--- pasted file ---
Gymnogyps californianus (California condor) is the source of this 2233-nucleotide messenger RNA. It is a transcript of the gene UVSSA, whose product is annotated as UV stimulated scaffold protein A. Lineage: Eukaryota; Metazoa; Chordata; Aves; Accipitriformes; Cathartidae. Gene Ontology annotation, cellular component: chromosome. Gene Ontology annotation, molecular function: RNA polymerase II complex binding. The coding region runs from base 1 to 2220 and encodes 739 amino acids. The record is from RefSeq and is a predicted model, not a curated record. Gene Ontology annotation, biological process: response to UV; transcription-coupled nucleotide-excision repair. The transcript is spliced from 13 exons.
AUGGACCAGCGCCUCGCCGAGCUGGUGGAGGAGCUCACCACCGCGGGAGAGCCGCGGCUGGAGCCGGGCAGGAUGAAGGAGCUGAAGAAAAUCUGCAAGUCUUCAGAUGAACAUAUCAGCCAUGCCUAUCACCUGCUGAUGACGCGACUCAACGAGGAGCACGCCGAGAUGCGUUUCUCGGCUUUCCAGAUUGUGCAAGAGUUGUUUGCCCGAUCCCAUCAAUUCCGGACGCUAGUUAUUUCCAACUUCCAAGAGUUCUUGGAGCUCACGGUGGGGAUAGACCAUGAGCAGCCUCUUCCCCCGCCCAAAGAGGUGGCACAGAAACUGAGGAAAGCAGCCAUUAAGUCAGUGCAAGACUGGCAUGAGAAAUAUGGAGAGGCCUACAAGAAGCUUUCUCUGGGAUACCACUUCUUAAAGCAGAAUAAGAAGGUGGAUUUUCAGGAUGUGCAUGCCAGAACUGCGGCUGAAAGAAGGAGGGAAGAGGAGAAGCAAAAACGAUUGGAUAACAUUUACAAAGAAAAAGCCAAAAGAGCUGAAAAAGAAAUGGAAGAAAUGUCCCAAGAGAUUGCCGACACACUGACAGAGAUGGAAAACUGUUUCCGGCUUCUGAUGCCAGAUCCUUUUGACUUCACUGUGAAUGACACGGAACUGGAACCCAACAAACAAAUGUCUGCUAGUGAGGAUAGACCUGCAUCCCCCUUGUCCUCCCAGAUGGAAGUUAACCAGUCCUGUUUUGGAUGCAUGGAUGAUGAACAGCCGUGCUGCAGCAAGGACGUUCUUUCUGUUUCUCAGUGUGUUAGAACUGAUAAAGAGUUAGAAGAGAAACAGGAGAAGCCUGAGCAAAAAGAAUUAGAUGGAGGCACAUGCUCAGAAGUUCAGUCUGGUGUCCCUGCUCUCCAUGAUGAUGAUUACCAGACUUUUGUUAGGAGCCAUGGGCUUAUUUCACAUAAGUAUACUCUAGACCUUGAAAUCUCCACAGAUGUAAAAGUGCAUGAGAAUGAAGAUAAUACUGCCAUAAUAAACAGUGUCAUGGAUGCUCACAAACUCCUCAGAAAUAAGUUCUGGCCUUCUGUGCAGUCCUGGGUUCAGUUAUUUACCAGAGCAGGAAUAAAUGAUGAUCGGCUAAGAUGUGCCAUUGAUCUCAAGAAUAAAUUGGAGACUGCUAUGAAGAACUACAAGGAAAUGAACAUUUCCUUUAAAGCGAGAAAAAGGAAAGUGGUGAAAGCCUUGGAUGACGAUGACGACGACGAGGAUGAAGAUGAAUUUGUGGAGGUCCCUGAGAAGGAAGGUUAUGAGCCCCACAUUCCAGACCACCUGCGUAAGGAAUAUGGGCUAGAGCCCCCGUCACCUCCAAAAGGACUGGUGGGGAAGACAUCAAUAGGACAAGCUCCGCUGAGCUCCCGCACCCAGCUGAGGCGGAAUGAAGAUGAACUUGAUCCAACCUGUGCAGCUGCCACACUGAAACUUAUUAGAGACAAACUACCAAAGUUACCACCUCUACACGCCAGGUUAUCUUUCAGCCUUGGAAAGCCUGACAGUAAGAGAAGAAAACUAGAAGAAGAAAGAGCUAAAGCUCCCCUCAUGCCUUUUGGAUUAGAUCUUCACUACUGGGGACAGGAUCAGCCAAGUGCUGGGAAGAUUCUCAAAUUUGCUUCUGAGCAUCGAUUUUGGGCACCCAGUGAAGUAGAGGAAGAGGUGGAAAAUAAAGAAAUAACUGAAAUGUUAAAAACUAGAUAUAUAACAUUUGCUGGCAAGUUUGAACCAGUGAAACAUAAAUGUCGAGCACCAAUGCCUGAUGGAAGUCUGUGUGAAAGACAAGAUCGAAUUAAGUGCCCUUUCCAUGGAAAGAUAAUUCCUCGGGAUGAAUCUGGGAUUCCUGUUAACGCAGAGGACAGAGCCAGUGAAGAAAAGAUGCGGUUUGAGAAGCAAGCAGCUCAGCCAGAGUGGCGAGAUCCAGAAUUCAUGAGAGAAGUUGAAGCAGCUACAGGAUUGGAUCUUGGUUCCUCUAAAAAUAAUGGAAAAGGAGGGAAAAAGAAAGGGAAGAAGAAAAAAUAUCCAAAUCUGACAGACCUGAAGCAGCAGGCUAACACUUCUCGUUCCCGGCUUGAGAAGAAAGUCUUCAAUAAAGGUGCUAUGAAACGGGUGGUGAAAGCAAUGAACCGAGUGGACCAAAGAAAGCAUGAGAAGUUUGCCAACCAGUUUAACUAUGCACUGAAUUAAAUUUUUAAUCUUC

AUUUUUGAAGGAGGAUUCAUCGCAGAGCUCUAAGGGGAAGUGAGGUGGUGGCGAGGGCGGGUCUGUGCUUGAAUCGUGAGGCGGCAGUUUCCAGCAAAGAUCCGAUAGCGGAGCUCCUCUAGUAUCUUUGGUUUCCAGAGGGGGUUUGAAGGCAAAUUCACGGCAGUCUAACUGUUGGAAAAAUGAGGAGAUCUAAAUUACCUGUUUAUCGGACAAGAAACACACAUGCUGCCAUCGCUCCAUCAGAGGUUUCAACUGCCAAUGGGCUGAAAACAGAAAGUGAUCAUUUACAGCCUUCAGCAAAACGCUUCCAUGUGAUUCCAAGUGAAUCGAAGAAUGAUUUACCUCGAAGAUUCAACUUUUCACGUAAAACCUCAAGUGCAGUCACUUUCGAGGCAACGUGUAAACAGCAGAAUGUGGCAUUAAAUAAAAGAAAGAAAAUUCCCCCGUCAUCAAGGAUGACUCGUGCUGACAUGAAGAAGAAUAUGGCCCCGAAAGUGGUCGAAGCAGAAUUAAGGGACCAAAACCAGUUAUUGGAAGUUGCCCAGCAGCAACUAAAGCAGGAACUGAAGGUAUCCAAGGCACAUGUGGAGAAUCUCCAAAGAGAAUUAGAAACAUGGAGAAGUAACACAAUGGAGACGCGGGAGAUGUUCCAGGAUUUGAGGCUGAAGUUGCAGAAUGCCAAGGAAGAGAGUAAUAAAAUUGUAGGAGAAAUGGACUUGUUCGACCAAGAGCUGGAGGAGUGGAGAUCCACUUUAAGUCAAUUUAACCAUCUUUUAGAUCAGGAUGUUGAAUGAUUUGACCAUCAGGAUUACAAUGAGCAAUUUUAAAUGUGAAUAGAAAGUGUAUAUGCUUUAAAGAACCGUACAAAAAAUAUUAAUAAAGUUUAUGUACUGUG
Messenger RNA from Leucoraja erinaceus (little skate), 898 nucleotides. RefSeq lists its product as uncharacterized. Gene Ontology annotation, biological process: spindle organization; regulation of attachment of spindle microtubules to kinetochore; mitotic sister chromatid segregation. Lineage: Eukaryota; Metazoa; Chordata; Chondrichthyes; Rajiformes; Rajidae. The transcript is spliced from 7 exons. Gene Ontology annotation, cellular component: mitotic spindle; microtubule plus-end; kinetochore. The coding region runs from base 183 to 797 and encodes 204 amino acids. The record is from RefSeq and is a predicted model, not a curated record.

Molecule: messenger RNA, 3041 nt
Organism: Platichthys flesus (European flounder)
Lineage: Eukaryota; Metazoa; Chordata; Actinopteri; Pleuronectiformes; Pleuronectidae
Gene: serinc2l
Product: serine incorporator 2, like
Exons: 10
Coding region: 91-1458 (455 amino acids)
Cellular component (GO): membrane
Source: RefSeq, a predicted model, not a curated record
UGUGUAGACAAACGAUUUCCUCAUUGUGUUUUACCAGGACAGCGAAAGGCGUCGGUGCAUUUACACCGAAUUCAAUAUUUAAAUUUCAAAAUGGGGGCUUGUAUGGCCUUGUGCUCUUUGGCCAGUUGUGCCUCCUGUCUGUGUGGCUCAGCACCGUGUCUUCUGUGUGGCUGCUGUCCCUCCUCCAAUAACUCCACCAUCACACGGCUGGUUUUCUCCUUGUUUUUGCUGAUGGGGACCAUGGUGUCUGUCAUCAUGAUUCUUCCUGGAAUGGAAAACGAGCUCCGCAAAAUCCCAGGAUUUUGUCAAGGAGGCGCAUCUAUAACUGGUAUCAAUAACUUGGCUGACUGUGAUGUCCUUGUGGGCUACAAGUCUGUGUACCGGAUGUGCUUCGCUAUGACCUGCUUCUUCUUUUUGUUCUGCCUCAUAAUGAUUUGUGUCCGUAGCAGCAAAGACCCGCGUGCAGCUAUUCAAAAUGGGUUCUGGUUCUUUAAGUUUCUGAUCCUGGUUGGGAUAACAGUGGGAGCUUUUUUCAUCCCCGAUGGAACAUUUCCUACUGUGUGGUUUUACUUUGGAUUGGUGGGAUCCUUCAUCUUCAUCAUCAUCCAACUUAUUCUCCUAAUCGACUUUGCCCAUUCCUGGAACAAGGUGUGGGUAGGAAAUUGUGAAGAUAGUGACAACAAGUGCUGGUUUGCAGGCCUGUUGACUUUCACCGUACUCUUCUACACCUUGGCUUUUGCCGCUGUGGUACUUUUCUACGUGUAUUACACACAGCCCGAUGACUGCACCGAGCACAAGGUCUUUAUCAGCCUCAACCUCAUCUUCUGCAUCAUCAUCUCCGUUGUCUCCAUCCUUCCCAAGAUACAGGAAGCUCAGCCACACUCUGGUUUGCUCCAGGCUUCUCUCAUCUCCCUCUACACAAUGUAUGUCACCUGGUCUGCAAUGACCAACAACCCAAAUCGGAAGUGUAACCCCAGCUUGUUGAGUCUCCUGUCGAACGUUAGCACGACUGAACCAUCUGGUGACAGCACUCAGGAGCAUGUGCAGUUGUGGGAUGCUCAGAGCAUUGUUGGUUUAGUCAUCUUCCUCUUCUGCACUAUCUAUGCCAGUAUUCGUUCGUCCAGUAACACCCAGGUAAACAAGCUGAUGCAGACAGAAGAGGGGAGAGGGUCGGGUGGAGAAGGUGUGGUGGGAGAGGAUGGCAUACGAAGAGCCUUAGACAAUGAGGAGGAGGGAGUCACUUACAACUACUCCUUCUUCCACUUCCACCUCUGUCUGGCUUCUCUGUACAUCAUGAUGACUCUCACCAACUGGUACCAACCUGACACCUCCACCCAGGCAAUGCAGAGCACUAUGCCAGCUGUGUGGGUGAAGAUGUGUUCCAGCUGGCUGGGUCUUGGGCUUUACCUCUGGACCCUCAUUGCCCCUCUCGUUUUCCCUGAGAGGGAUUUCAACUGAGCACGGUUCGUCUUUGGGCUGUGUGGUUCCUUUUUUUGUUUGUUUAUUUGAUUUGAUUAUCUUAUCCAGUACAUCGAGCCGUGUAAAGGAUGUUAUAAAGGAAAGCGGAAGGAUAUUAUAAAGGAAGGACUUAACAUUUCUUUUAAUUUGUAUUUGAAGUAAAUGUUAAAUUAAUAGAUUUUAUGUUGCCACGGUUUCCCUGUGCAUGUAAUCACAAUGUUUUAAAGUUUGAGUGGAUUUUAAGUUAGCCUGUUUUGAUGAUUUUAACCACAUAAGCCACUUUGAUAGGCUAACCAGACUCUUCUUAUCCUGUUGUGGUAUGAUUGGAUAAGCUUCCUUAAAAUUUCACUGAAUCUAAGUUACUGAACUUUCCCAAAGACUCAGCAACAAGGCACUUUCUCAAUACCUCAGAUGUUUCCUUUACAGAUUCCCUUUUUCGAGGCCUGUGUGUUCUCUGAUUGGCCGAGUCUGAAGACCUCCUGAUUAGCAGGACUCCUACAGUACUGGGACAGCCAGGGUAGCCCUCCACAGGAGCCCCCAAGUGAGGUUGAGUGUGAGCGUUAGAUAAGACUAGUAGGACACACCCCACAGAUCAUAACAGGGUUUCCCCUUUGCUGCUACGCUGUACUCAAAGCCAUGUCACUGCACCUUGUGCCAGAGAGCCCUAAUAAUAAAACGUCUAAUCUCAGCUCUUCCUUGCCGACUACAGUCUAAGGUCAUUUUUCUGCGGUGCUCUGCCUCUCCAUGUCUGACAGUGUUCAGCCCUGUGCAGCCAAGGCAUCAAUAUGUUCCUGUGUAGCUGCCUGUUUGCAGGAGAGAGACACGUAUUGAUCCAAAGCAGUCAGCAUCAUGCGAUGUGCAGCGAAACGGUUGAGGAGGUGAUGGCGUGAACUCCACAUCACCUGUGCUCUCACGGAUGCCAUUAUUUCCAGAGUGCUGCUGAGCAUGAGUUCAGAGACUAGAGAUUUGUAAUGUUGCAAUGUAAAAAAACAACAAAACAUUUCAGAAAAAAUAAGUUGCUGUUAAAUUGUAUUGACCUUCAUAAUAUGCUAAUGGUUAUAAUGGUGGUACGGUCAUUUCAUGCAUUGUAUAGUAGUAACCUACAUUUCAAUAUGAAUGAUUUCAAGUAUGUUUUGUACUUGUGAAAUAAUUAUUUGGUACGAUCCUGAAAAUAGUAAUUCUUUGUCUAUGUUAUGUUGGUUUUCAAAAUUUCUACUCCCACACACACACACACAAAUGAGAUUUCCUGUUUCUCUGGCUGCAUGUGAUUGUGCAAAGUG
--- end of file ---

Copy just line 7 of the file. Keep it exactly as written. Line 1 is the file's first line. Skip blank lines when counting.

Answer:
Lineage: Eukaryota; Metazoa; Chordata; Actinopteri; Pleuronectiformes; Pleuronectidae